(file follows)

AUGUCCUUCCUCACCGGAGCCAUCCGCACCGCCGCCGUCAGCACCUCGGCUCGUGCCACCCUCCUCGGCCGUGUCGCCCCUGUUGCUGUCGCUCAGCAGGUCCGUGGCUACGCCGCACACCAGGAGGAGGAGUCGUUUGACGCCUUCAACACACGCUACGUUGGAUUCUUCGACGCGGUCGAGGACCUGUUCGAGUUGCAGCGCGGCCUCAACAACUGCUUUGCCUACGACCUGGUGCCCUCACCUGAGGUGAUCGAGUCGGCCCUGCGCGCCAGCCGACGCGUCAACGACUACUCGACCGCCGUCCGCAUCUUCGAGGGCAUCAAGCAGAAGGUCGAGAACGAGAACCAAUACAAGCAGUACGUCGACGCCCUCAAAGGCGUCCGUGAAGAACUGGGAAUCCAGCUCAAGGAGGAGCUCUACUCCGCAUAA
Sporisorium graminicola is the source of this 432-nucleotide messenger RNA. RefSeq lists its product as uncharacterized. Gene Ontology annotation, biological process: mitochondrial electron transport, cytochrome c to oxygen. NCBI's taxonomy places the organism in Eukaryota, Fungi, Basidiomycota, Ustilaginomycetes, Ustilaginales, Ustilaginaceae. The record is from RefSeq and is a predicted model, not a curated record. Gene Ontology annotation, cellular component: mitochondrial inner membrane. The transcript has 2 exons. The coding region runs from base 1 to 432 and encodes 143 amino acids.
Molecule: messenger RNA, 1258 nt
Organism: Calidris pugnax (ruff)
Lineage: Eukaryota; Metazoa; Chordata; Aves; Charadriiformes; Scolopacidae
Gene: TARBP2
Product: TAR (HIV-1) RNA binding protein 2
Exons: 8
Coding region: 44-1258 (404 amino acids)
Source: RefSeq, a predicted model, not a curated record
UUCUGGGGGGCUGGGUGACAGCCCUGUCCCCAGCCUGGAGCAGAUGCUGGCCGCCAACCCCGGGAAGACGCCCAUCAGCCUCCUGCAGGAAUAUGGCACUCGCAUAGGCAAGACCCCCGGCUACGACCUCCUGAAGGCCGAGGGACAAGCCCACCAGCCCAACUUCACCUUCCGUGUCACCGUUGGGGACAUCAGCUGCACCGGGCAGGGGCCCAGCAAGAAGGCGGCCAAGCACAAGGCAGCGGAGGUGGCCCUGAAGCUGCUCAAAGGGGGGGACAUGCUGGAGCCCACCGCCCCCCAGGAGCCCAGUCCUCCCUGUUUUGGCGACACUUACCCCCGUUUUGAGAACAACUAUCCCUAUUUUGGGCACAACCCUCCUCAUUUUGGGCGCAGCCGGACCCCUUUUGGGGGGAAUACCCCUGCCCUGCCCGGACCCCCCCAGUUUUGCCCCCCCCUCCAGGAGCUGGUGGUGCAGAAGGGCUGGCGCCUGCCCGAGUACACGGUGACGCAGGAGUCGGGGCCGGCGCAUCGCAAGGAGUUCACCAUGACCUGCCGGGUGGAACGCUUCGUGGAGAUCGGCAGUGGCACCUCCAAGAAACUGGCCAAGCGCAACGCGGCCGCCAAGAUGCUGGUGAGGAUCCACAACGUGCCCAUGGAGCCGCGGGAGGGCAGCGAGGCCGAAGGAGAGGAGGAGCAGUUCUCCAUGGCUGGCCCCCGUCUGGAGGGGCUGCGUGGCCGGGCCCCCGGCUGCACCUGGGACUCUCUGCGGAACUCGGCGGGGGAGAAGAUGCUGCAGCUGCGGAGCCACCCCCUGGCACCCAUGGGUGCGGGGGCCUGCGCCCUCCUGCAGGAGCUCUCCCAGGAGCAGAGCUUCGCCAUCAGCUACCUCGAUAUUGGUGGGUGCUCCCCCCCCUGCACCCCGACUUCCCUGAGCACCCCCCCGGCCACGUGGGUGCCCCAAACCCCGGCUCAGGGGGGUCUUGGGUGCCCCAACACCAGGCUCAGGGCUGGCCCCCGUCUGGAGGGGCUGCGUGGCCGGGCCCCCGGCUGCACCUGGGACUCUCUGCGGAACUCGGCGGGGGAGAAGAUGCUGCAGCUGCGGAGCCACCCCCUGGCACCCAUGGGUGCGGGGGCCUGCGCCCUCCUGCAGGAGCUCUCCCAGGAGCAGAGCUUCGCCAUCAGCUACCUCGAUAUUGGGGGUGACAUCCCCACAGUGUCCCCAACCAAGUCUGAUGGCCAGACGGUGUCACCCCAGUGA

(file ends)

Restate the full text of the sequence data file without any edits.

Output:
AUGUCCUUCCUCACCGGAGCCAUCCGCACCGCCGCCGUCAGCACCUCGGCUCGUGCCACCCUCCUCGGCCGUGUCGCCCCUGUUGCUGUCGCUCAGCAGGUCCGUGGCUACGCCGCACACCAGGAGGAGGAGUCGUUUGACGCCUUCAACACACGCUACGUUGGAUUCUUCGACGCGGUCGAGGACCUGUUCGAGUUGCAGCGCGGCCUCAACAACUGCUUUGCCUACGACCUGGUGCCCUCACCUGAGGUGAUCGAGUCGGCCCUGCGCGCCAGCCGACGCGUCAACGACUACUCGACCGCCGUCCGCAUCUUCGAGGGCAUCAAGCAGAAGGUCGAGAACGAGAACCAAUACAAGCAGUACGUCGACGCCCUCAAAGGCGUCCGUGAAGAACUGGGAAUCCAGCUCAAGGAGGAGCUCUACUCCGCAUAA
Sporisorium graminicola is the source of this 432-nucleotide messenger RNA. RefSeq lists its product as uncharacterized. Gene Ontology annotation, biological process: mitochondrial electron transport, cytochrome c to oxygen. NCBI's taxonomy places the organism in Eukaryota, Fungi, Basidiomycota, Ustilaginomycetes, Ustilaginales, Ustilaginaceae. The record is from RefSeq and is a predicted model, not a curated record. Gene Ontology annotation, cellular component: mitochondrial inner membrane. The transcript has 2 exons. The coding region runs from base 1 to 432 and encodes 143 amino acids.
Molecule: messenger RNA, 1258 nt
Organism: Calidris pugnax (ruff)
Lineage: Eukaryota; Metazoa; Chordata; Aves; Charadriiformes; Scolopacidae
Gene: TARBP2
Product: TAR (HIV-1) RNA binding protein 2
Exons: 8
Coding region: 44-1258 (404 amino acids)
Source: RefSeq, a predicted model, not a curated record
UUCUGGGGGGCUGGGUGACAGCCCUGUCCCCAGCCUGGAGCAGAUGCUGGCCGCCAACCCCGGGAAGACGCCCAUCAGCCUCCUGCAGGAAUAUGGCACUCGCAUAGGCAAGACCCCCGGCUACGACCUCCUGAAGGCCGAGGGACAAGCCCACCAGCCCAACUUCACCUUCCGUGUCACCGUUGGGGACAUCAGCUGCACCGGGCAGGGGCCCAGCAAGAAGGCGGCCAAGCACAAGGCAGCGGAGGUGGCCCUGAAGCUGCUCAAAGGGGGGGACAUGCUGGAGCCCACCGCCCCCCAGGAGCCCAGUCCUCCCUGUUUUGGCGACACUUACCCCCGUUUUGAGAACAACUAUCCCUAUUUUGGGCACAACCCUCCUCAUUUUGGGCGCAGCCGGACCCCUUUUGGGGGGAAUACCCCUGCCCUGCCCGGACCCCCCCAGUUUUGCCCCCCCCUCCAGGAGCUGGUGGUGCAGAAGGGCUGGCGCCUGCCCGAGUACACGGUGACGCAGGAGUCGGGGCCGGCGCAUCGCAAGGAGUUCACCAUGACCUGCCGGGUGGAACGCUUCGUGGAGAUCGGCAGUGGCACCUCCAAGAAACUGGCCAAGCGCAACGCGGCCGCCAAGAUGCUGGUGAGGAUCCACAACGUGCCCAUGGAGCCGCGGGAGGGCAGCGAGGCCGAAGGAGAGGAGGAGCAGUUCUCCAUGGCUGGCCCCCGUCUGGAGGGGCUGCGUGGCCGGGCCCCCGGCUGCACCUGGGACUCUCUGCGGAACUCGGCGGGGGAGAAGAUGCUGCAGCUGCGGAGCCACCCCCUGGCACCCAUGGGUGCGGGGGCCUGCGCCCUCCUGCAGGAGCUCUCCCAGGAGCAGAGCUUCGCCAUCAGCUACCUCGAUAUUGGUGGGUGCUCCCCCCCCUGCACCCCGACUUCCCUGAGCACCCCCCCGGCCACGUGGGUGCCCCAAACCCCGGCUCAGGGGGGUCUUGGGUGCCCCAACACCAGGCUCAGGGCUGGCCCCCGUCUGGAGGGGCUGCGUGGCCGGGCCCCCGGCUGCACCUGGGACUCUCUGCGGAACUCGGCGGGGGAGAAGAUGCUGCAGCUGCGGAGCCACCCCCUGGCACCCAUGGGUGCGGGGGCCUGCGCCCUCCUGCAGGAGCUCUCCCAGGAGCAGAGCUUCGCCAUCAGCUACCUCGAUAUUGGGGGUGACAUCCCCACAGUGUCCCCAACCAAGUCUGAUGGCCAGACGGUGUCACCCCAGUGA